Brad Dominy

Selected Work

The following are projects I have written and designed, most of which are based on Cocoa for MacOSX. I have also written AppleScripts and used other languages like Python, PHP, Perl, C, and Java.

Smartr Contacts for iPhone

Smartr Contacts for iPhone is an automagic address book I helped write with a team of people at Xobni. It works with Xobni's cloud services to provide a comprehensive list of contacts you have interacted with via email or social networks and current insights for those most important to you.


We use Cisco IP phones which respond to xml commands, including one to initiate a dial, so I created Dial to better integrate the phones with our daily work flow. Bill back is a tough area, mostly because of users not taking the time to enter in the proper information. While our phone system had the capacity to do bill back, no one ever took the time to enter in a long string of digits in the proper format in order to charge a call to a client. Dial makes this process easy. It remembers the most recently used matter numbers and associates the last matter number used when dialing a phone number to automatically populate the matter number field. When you dial, it takes care of everything for you. Additionally, it maintains a call log so an attorney can review what calls they made recently if they need help accounting for their hours.

All names and personal info in the above images have been changed to protect the innocent

Dial works with the Address Book to show who's number is being dialed. As you put in a number, it searches for a match and if it finds one, it will show their picture and job information. Speed dial numbers let you keep numbers you need all the time handy and can be dialed quickly with just a double click. Adding a speed dial number is handled by dragging and dropping vCards onto Dial. Phone numbers can be entered directly or they can come in from any application that uses Services. So, if there is a phone number on a web page, you can just select it and using Services it will automatically launch Dial and enter it into the phone number field. This also works from other applications like Address Book, iCal, TextEdit, iChat, Mail, etc.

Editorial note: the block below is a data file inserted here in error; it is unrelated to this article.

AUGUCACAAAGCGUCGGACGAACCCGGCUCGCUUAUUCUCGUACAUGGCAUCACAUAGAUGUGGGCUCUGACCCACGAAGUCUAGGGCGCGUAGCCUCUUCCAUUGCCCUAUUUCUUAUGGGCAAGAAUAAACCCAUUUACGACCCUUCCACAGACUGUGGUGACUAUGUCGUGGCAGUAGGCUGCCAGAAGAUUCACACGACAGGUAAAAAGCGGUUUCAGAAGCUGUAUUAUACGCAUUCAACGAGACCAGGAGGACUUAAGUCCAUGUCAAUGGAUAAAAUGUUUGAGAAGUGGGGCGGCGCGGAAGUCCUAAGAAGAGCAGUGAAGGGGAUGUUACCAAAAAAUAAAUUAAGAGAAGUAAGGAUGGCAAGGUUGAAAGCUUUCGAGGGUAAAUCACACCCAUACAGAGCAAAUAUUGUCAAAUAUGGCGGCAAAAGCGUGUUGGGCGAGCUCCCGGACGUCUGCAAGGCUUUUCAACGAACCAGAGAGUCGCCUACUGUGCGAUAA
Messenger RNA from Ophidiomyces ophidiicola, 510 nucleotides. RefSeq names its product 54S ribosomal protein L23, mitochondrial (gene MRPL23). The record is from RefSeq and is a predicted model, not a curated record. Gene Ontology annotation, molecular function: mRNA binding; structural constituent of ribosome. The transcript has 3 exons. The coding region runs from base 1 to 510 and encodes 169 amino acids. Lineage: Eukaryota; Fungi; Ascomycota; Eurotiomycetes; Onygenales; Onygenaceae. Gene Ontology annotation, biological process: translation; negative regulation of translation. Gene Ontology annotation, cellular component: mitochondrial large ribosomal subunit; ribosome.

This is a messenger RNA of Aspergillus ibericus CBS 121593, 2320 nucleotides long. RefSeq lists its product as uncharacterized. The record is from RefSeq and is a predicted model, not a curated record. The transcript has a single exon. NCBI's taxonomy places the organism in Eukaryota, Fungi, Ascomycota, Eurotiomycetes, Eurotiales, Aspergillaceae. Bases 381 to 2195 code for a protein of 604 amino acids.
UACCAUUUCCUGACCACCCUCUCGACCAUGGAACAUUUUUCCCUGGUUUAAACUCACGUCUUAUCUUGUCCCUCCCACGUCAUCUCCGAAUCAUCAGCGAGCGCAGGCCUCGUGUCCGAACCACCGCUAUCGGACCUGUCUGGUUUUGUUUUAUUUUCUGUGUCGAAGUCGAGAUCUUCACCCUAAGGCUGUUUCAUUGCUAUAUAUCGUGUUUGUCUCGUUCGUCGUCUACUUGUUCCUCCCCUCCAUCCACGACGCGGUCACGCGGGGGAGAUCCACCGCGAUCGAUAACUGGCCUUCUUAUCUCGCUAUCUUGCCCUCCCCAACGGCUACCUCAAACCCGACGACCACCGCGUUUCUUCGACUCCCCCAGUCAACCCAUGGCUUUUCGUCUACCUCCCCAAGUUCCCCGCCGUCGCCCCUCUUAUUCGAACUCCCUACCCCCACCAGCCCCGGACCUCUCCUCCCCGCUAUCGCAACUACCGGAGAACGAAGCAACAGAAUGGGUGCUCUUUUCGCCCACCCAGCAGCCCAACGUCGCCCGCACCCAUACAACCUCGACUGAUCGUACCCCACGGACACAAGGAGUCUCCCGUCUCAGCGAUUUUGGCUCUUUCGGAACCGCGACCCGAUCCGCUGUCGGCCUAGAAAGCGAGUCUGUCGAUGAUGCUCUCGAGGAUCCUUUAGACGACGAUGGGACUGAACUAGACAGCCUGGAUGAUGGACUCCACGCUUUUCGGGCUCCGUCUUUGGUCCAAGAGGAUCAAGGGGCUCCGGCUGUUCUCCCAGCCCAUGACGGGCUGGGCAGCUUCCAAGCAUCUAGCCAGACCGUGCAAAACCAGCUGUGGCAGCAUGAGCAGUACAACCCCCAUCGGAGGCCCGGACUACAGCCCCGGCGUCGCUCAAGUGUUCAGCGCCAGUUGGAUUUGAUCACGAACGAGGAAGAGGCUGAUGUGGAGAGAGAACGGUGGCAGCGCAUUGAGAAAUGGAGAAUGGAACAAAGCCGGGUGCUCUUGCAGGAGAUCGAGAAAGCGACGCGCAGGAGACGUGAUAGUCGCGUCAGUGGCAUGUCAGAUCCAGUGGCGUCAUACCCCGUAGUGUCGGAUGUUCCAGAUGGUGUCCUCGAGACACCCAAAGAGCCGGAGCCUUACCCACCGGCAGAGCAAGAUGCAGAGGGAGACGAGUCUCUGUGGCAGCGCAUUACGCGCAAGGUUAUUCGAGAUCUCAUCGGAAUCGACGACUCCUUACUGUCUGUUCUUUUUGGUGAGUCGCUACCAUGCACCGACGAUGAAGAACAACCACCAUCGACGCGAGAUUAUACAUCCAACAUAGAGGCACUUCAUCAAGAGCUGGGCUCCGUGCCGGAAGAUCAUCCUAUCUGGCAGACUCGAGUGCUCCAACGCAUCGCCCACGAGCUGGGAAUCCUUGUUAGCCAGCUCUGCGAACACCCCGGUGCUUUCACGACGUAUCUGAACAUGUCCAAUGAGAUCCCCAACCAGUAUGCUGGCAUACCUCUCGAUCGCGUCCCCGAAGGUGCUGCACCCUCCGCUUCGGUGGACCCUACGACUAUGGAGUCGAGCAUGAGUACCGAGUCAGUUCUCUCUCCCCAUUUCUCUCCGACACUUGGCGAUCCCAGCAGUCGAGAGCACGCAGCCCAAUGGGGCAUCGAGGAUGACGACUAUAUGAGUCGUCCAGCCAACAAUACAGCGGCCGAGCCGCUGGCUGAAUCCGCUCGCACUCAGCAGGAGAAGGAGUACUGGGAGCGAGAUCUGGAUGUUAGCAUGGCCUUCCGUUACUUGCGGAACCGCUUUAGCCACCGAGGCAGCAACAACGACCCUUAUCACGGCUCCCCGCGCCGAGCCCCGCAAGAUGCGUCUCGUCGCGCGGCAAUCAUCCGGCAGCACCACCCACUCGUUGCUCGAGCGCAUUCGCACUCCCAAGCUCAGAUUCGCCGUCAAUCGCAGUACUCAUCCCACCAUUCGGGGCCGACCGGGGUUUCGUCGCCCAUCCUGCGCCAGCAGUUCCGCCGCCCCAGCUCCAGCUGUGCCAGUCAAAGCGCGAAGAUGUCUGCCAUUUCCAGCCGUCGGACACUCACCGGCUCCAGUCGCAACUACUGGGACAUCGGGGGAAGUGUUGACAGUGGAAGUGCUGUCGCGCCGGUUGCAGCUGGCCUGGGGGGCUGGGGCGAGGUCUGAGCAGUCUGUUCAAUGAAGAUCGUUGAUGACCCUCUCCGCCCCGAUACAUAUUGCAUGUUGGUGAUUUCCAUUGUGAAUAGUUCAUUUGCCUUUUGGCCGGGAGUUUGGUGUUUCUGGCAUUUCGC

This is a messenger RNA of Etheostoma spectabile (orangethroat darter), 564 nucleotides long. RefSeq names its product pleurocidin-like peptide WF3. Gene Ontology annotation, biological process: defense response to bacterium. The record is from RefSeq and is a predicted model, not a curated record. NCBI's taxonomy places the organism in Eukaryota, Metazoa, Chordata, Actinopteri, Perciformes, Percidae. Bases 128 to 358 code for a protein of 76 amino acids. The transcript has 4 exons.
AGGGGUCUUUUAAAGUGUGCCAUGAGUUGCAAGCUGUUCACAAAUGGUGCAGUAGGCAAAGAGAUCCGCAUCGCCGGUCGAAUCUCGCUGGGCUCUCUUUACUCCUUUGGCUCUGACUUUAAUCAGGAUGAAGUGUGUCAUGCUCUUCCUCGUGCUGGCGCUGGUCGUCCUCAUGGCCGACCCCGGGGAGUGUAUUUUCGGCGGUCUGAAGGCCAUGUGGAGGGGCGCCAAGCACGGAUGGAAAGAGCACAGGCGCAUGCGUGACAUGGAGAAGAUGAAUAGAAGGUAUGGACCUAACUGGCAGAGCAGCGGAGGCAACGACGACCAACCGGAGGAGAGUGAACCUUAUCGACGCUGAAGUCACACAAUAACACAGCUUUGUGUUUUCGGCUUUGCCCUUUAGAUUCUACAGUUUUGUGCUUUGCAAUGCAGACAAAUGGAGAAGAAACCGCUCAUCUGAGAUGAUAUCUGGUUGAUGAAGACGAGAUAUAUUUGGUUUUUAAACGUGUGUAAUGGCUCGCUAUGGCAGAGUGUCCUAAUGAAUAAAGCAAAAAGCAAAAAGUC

Office Location

Apple had a means of marking a person's office location in their LDAP schema by specifying a map image and then their coordinates. A utility called Directory in Leopard would show the map with the point marked with a pin, but it has since disappeared in Snow Leopard, probably because it was a little bit buggy. The whole setup seemed oriented towards smaller organizations running Open Directory, because it had a built in limitation of 500 entries and was quite slow when looking at our LDAP server. Still, it is a cool idea, so I decided to bring it to Address Book as a plug-in for our company employees.

All names and personal info in the above images have been changed to protect the innocent

The plugin works by first telling Address Book what kind of information it responds to and whether it is valid for that card. In this case, we let Office Location run if the user is looking at a Chapman employee's work address. For everything else, it is grayed out. When the user chooses the Show office location... from the popup menu, a new window is created and we fetch information from our LDAP server. This included some contact information, picture, which map to show, and their coordinates. Since we are running as a part of Address Book, it was important to not bog down the main thread, so this all happens in a background thread as a part of the new NSOperationQueue protocol.

When the fetch is done, it creates a PDF view with the office map and then an overlay with the image of the pin at the right location. This allows for easy zooming and centering without having to continually redraw the map. The window is a part of Address Book, so when the user quits out, the map window goes away as well.

Contractions Tracker

We attended birthing classes before our daughter was born and they gave us a little workbook with instructions on how to track contractions so that we would know when it was time to head for the hospital. Labor can take a while though, so in order to help me pass the time I wrote this application. I promise I was not sitting by writing code while my wife was in pain. She was actually pretty comfortable and never exceeding a 4 on the intensity scale.

This application is a great example of how CoreData can make things easy. Most of the hard work of handling data is done for me and all I needed to worry about was the logic of the app. On top of that, bindings lets you display your data in a straightforward way. Overall, I think I spent about 2 hours writing this application and then used it for about 6 hours before my wife's water broke.


Our VOIP system works with Cisco IP phones to illuminate a Message Waiting Indicator (MWI) light on the phones whenever a user has a new voicemail. It also allows for the delivery of those voicemails as wav attachments in emails. The only problem was that the system did not know when voicemails had been read and the Message Waiting Indicator (MWI) remained on all the time. This proved to be a distraction for people as they never could trust whether the light meant they really had new voicemail or not.

LightSwitch is a mail bundle which listens for the changing of the message read flag on delivered voicemails and then toggles the MWI light on or off to match. It is deceptively simple. First, mail bundles are not officially allowed by Apple and using them is an at your own risk proposition. However, gaining access to the guts of the Mail app was necessary in order to tie into the system. Second, our VOIP system let you toggle the MWI but only with a telnet session. Finally, the requirements were that it work in the background with zero setup, so it was a pretty tall order.